I am so fascinated by tortured characters, and V takes the cake. Everytime I look at him, I see a man scarred both physically and mentally but he lives on both for vengeance and for the desire to save others from his fate. This is real. V is a real superhero, as far as I'm concerned. He is not perfect, and he has selfish motives sometimes. He wears a mask not to hide his identity, but to hide his pain (yes, I know he isn't the only character to ever do this).

He wears a plastic smile to hide what was done to him. Still, V has a cheery disposition about him, especially when he is with Evey. He seems so childlike sometimes, as if to suggest his real childhood was taken from him. For a man to be so vengeful and dangerous, and yet so lovable and sweet - god it is fascinating!

If you see nothing more than an action movie about some guy in a mask fucking over the government - well, you've really missed out. There is some seriously deep shit in this film and it blows my mind everytime I think about it.

In the role of V, Hugo Weaving is PERFECT. I've loved the man since I was 15 and heard him utter the words, "Mr Anderson..." But I fell all over again with this movie - and he's in a mask! I never thought voice and body language alone could convey a character so well. With just a cock of the head, he can be witty and charming. If you know Hugo's voice at all, it sounds nothing like V (or Agent Smith), so I was all the more blown away by his voice acting in this movie. There never could've been a more perfect V.

Portman is pretty good here. I'm always gonna like the girl, if only for The Professional, cause she was an amazing actress for a 13-year old. Only Christian Bale ever rivaled that. As for this movie, she's good as Evey (though entirely different from the comic, but that's a good thing, trust me) and I like her chemistry with V.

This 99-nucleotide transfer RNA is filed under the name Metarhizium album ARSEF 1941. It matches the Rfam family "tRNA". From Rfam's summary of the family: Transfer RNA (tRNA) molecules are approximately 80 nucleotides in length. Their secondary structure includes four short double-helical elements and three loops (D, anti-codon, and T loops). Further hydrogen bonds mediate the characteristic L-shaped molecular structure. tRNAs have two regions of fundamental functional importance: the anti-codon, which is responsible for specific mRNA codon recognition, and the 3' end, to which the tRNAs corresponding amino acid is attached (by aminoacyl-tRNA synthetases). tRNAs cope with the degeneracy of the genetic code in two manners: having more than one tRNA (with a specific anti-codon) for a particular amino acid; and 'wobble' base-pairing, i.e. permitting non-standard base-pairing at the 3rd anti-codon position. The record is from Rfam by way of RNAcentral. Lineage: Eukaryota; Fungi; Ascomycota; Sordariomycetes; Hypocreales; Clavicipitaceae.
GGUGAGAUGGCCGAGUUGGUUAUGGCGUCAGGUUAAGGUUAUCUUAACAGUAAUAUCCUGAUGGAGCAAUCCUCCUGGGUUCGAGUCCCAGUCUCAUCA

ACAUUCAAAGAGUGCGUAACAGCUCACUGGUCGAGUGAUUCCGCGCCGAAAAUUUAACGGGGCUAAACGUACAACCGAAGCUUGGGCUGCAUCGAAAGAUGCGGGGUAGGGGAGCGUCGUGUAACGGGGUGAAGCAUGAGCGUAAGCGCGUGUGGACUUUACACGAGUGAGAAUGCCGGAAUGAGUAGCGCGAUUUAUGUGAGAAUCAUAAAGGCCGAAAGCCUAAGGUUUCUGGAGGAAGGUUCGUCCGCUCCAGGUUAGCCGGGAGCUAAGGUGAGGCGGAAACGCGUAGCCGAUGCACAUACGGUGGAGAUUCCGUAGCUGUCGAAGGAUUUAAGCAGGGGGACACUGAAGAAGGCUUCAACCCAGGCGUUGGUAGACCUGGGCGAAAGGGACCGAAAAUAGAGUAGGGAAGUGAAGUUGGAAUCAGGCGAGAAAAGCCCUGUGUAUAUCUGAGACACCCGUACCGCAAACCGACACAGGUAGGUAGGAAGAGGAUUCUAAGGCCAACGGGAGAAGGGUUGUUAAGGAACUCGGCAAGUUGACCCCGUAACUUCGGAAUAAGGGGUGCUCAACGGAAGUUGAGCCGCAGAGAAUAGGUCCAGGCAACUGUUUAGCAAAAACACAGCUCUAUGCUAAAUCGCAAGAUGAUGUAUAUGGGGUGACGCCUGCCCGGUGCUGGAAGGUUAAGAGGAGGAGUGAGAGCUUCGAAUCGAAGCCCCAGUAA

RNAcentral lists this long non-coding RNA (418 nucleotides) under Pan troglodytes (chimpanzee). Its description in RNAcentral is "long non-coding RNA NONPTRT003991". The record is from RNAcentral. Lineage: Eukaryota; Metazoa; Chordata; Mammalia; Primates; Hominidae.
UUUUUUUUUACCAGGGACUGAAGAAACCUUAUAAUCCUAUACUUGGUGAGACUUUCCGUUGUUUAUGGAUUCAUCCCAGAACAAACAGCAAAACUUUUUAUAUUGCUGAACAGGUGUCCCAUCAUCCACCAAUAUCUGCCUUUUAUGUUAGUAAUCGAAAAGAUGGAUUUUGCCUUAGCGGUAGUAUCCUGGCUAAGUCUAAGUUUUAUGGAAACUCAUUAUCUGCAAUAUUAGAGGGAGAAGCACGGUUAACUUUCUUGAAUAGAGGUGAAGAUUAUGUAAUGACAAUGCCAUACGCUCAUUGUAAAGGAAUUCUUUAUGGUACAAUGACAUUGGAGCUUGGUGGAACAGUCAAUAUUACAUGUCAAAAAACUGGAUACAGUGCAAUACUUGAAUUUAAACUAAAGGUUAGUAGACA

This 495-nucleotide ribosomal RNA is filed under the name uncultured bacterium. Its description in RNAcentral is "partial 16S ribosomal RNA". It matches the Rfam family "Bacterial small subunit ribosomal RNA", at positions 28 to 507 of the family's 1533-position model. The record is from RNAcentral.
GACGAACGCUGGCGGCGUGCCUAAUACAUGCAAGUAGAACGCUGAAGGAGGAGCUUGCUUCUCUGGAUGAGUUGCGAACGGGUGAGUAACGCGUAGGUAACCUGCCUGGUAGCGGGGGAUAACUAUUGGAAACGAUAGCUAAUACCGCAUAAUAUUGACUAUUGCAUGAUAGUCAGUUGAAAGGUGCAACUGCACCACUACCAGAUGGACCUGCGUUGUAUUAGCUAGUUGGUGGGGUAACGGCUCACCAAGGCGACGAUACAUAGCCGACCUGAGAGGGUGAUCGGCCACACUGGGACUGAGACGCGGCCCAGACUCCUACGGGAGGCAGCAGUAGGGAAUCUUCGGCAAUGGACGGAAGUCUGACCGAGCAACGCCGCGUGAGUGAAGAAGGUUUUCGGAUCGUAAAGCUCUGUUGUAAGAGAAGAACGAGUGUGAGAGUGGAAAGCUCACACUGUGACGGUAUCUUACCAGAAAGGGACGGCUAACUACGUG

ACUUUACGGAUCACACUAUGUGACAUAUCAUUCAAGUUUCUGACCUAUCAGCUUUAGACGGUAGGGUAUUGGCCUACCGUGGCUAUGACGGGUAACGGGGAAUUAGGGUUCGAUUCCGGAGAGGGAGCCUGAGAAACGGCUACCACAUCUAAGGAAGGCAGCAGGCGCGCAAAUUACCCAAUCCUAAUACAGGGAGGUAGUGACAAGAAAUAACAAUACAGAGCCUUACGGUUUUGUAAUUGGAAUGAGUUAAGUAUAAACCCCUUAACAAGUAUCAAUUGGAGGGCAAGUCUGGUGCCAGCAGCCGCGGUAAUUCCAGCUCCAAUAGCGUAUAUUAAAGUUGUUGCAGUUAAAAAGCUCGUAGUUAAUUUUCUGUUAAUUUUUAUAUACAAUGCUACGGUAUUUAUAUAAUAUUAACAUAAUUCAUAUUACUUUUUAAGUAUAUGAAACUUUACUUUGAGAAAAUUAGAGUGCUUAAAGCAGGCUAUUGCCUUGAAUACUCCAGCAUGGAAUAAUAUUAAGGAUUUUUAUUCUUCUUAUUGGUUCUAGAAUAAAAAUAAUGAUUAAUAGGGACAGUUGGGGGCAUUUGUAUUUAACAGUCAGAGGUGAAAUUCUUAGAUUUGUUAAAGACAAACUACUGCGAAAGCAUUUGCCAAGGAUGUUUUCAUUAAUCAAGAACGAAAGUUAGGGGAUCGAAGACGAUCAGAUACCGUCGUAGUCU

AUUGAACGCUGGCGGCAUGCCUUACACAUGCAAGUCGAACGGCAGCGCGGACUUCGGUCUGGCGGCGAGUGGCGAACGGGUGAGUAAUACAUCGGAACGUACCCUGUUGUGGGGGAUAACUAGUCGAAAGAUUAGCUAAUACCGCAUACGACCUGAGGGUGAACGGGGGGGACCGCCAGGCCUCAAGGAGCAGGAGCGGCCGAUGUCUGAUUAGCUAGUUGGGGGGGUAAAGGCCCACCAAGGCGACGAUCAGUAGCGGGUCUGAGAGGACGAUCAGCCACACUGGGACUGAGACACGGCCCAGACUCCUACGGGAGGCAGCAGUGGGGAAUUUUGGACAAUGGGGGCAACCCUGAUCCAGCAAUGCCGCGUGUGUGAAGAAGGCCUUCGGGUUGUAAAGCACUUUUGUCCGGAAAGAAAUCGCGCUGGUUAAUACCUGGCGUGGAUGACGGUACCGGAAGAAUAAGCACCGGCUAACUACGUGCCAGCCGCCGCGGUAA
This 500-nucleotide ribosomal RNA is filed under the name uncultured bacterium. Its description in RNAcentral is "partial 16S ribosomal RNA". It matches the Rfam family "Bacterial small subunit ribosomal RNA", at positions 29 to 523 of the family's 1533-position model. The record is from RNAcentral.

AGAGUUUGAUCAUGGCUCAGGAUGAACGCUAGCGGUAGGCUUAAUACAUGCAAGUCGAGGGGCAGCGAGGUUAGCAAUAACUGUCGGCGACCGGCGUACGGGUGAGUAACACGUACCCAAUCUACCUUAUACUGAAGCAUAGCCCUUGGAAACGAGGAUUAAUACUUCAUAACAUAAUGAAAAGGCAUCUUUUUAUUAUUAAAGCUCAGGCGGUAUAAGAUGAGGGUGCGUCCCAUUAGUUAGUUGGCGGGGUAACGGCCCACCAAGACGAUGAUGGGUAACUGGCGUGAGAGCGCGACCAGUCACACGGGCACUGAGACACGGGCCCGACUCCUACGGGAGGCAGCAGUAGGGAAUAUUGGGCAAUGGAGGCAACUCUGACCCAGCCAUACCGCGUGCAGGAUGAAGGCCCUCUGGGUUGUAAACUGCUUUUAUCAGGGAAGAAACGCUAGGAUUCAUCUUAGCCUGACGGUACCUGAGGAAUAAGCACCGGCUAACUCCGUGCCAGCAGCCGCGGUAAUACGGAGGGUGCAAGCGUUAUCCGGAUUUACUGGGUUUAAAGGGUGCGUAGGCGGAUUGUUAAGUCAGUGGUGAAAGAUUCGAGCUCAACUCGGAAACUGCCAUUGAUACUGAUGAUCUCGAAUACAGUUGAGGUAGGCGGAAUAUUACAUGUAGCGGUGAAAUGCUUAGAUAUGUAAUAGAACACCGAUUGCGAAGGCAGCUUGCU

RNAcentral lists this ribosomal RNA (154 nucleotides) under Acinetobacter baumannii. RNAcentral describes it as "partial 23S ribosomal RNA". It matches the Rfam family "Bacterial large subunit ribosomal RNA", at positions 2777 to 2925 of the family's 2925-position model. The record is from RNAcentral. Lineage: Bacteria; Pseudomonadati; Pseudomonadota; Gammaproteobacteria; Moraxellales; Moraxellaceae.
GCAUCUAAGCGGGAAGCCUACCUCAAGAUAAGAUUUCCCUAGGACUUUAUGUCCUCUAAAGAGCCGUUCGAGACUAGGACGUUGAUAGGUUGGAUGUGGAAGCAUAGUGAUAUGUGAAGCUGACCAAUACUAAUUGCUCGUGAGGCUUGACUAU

I didn't mention his character earlier, but Stephen Rea plays a detective trying to catch V and he is my second favorite performance. His performance and his character are great - another brilliant piece of casting. Everyone else is also very good and I wouldn't change a thing.

As you can tell from the essay I just wrote, I love this movie. I've seen it twice in theaters already and I'm anxiously awaiting a third viewing.


Anonymous said...

Related to our discussion yesterday, I can tell you didn't write this one for your paper since you got away with Alien for John Hurt (good choice, I lean toward The Elephant Man, but he's unrecognizable, or King Ralph of course...) rather than having to change it to Hellboy.

And for the record, McTeigue doesn't rip off the Matrix, he assistant directed it, so to my mind you can't be accused of ripping off your own work.


Heather said...

haha, yes I didn't review Vendetta for the paper (you can always distinguish those by their how rant-y they are). And yes, I chose Alien cuz I love his role in that, and you're right, they'd probably make me choose Hellboy or god knows what.

And U agree McTeigue doesn't rip off the Matrix, but tell that to the critics who say he does :-P

Heather said...

*I agreed

Anonymous said...

No I know you didn't say he ripped it off, sorry if I made it sound that way. I was attempting to agree with you, but for a different reason than you used. And of course I love Hurt in Alien too, I am obsessed with those at the moment afterall.